During this period, David Stawarczyk also wrote as first author a peer-reviewed theoretical article that was accepted for publication in Topics in Cognitive Science (https://doi.org/10.1111/tops.12450) and another peer-reviewed article reporting a behavioral experiment that is published in Scientific Reports (https://doi.org/10.1038/s41598-019-50439-y). He also presented data in a poster at the Psychonomics Conference (November 15th 2018 in New-Orleans, La, USA).

During the second reporting period, ranging from September 1st 2019 to August 31st 2020 and corresponding to the Return Phase of the Action, David Stawarczyk worked at the University of Liège (Belgium) in the Psychology & Neuroscience of Cognition research unit with Dr. Arnaud D’argembeau. During this period, he continued his training on the processing of eye-tracking and functional neuroimaging data and use of eye-tracking equipment. In addition, he collected and stated analyzing data for an experience sampling study of mind-wandering occurrence in daily life (corresponding to Study 2 of the DoA) and for a functional magnetic neuroimaging experiment (Study 3 of the DoA).

During this second year of the project, David Stawarczyk also wrote as first author a peer-reviewed article on the relationship between mind-wandering and fluctuations in ocular parameters that was accepted for publication in Biological Psychology (https://doi.org/10.1016/j.biopsycho.2020.107950) and another peer-reviewed article reporting a neuroimaging experiment that is in press in Proceedings of the National Academy of Sciences of the United States of America (https://doi.org/10.1101/809806).
This project will provide the foundations for a detailed account of mind-wandering in naturalistic settings, laying the basis for future interventions aimed at helping individuals to capitalize on the benefits of mind-wandering in their daily life while minimizing the associated costs. The occurrence of mind-wandering has been related to various detrimental outcomes in daily life, such as driving accidents or poorer memory for information presented during lectures. Conversely, other studies have shown that mind-wandering is related to planning in relation to personal goal, more patience for future rewards, and increased creativity. In this context, determining whether and how mind-wandering during everyday activities is modulated by the structure of experienced events (i.e. event boundaries, how the constant flux of information gathered by the senses is segmented into distinct events) is critical to determine whether it is possible to maximize the positive effects of mind-wandering while reducing its negative impact on everyday activities. This might for instance be done by determining whether the times when mind-wandering is unharmful to performance can be predicted based on the event structure activities and then by training people to regulate their mind-wandering based on this information. Aims of this project is to determine the relationship between mind-wandering and the perception of event structure at the behavioral, physiological, and neural levels to determine whether such interventions might be possible.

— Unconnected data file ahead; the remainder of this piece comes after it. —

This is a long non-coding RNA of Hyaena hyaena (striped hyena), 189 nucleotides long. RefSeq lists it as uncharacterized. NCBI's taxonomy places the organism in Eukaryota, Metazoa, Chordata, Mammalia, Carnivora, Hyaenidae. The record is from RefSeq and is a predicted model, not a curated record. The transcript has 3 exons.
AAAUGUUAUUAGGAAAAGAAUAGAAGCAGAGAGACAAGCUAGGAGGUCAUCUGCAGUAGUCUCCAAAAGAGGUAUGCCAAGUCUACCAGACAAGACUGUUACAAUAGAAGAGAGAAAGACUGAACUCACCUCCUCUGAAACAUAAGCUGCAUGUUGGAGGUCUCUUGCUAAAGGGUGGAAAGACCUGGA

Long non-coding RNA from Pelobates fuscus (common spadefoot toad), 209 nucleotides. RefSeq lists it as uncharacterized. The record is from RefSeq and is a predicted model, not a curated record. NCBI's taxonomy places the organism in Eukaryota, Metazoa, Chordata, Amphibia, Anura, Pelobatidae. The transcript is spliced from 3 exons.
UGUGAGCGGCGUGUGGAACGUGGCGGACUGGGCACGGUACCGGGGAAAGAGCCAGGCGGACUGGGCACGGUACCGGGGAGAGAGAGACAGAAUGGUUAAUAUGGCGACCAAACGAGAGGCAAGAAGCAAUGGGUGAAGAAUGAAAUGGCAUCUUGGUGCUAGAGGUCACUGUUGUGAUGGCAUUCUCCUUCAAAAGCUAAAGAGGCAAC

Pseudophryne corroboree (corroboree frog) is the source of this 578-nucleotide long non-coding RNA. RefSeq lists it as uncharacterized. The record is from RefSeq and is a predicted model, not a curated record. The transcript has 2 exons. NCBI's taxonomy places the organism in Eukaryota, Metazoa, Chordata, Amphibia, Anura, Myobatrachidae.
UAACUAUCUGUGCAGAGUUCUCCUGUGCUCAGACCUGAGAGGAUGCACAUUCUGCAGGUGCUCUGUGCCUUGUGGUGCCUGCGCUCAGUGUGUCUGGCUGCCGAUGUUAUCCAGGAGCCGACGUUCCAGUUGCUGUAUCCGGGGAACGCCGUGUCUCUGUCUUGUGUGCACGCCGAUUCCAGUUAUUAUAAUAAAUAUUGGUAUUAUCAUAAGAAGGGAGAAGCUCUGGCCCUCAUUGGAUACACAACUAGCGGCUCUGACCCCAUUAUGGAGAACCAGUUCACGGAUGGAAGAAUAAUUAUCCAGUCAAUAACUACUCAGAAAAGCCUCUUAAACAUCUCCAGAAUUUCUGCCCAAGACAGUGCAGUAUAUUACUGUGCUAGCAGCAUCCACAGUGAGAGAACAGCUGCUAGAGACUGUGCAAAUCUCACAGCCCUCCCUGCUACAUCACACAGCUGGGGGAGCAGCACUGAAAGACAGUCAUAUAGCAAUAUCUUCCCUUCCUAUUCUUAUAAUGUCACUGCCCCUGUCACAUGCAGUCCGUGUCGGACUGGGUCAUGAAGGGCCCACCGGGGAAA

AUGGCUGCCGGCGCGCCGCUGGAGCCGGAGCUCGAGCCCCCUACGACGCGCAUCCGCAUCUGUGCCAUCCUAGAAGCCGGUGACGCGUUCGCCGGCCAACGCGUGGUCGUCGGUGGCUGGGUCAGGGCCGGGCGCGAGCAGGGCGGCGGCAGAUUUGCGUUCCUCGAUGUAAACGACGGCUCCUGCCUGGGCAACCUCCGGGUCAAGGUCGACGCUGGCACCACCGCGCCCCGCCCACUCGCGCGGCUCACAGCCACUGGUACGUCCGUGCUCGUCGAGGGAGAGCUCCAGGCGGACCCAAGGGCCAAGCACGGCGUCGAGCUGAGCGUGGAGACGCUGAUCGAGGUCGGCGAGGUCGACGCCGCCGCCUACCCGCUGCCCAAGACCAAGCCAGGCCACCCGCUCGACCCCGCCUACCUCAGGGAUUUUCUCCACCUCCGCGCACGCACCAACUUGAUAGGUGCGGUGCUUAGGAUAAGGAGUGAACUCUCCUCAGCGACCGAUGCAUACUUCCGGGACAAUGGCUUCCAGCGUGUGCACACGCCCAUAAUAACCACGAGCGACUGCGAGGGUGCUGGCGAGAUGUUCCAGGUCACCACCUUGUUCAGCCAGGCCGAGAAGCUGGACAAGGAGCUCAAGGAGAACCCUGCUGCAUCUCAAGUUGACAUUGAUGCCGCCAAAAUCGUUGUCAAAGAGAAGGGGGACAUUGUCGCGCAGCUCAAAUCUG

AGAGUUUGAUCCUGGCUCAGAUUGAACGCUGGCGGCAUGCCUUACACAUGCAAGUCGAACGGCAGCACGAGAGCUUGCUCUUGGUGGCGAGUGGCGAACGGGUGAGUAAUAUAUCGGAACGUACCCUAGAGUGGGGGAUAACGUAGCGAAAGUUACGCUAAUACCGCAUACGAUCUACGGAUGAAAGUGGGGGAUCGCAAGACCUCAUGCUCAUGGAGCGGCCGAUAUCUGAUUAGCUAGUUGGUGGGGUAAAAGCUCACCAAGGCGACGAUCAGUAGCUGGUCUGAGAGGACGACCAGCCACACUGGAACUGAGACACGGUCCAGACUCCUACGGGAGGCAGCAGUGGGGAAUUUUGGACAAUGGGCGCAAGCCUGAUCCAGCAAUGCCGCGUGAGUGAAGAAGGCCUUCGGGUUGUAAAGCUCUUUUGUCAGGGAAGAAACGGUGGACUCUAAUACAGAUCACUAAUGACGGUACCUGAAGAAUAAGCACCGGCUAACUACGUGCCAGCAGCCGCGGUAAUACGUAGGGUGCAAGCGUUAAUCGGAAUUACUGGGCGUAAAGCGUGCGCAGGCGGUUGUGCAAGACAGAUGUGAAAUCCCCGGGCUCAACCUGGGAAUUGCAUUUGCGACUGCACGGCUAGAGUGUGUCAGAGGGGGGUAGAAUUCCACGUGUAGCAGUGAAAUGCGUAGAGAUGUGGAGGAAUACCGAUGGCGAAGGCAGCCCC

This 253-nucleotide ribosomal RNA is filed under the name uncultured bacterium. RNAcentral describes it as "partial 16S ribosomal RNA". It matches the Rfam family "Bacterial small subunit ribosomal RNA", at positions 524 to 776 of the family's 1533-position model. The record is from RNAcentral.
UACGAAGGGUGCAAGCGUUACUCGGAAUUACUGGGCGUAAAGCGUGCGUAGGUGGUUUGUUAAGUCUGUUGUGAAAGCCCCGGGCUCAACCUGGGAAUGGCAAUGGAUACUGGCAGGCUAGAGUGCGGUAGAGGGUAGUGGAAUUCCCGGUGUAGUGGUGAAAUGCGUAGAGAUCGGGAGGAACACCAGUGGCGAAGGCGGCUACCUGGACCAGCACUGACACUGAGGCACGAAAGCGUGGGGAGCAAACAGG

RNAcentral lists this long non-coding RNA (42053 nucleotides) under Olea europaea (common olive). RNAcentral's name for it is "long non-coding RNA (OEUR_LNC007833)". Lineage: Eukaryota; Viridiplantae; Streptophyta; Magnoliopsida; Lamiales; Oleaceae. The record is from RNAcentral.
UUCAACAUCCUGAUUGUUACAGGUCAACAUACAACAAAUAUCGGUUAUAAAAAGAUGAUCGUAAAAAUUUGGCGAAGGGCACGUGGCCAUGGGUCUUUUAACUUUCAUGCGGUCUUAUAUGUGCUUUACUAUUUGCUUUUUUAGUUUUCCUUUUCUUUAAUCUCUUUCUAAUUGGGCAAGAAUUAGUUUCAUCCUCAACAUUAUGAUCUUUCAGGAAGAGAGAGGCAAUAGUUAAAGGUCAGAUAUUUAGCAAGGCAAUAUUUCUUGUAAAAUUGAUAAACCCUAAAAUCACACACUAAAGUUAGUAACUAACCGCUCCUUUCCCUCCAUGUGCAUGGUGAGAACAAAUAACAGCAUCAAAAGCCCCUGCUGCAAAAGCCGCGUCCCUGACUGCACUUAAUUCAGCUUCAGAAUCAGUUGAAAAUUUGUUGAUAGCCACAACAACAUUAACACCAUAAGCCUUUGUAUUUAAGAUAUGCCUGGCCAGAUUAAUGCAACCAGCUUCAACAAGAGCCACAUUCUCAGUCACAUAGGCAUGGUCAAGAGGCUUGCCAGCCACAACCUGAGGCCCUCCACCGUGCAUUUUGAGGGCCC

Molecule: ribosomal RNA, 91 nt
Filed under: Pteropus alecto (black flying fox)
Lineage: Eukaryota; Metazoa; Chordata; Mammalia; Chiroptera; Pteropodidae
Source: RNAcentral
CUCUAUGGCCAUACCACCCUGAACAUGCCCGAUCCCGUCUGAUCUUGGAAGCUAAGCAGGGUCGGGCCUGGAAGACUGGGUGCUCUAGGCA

Schematic illustration of the proposal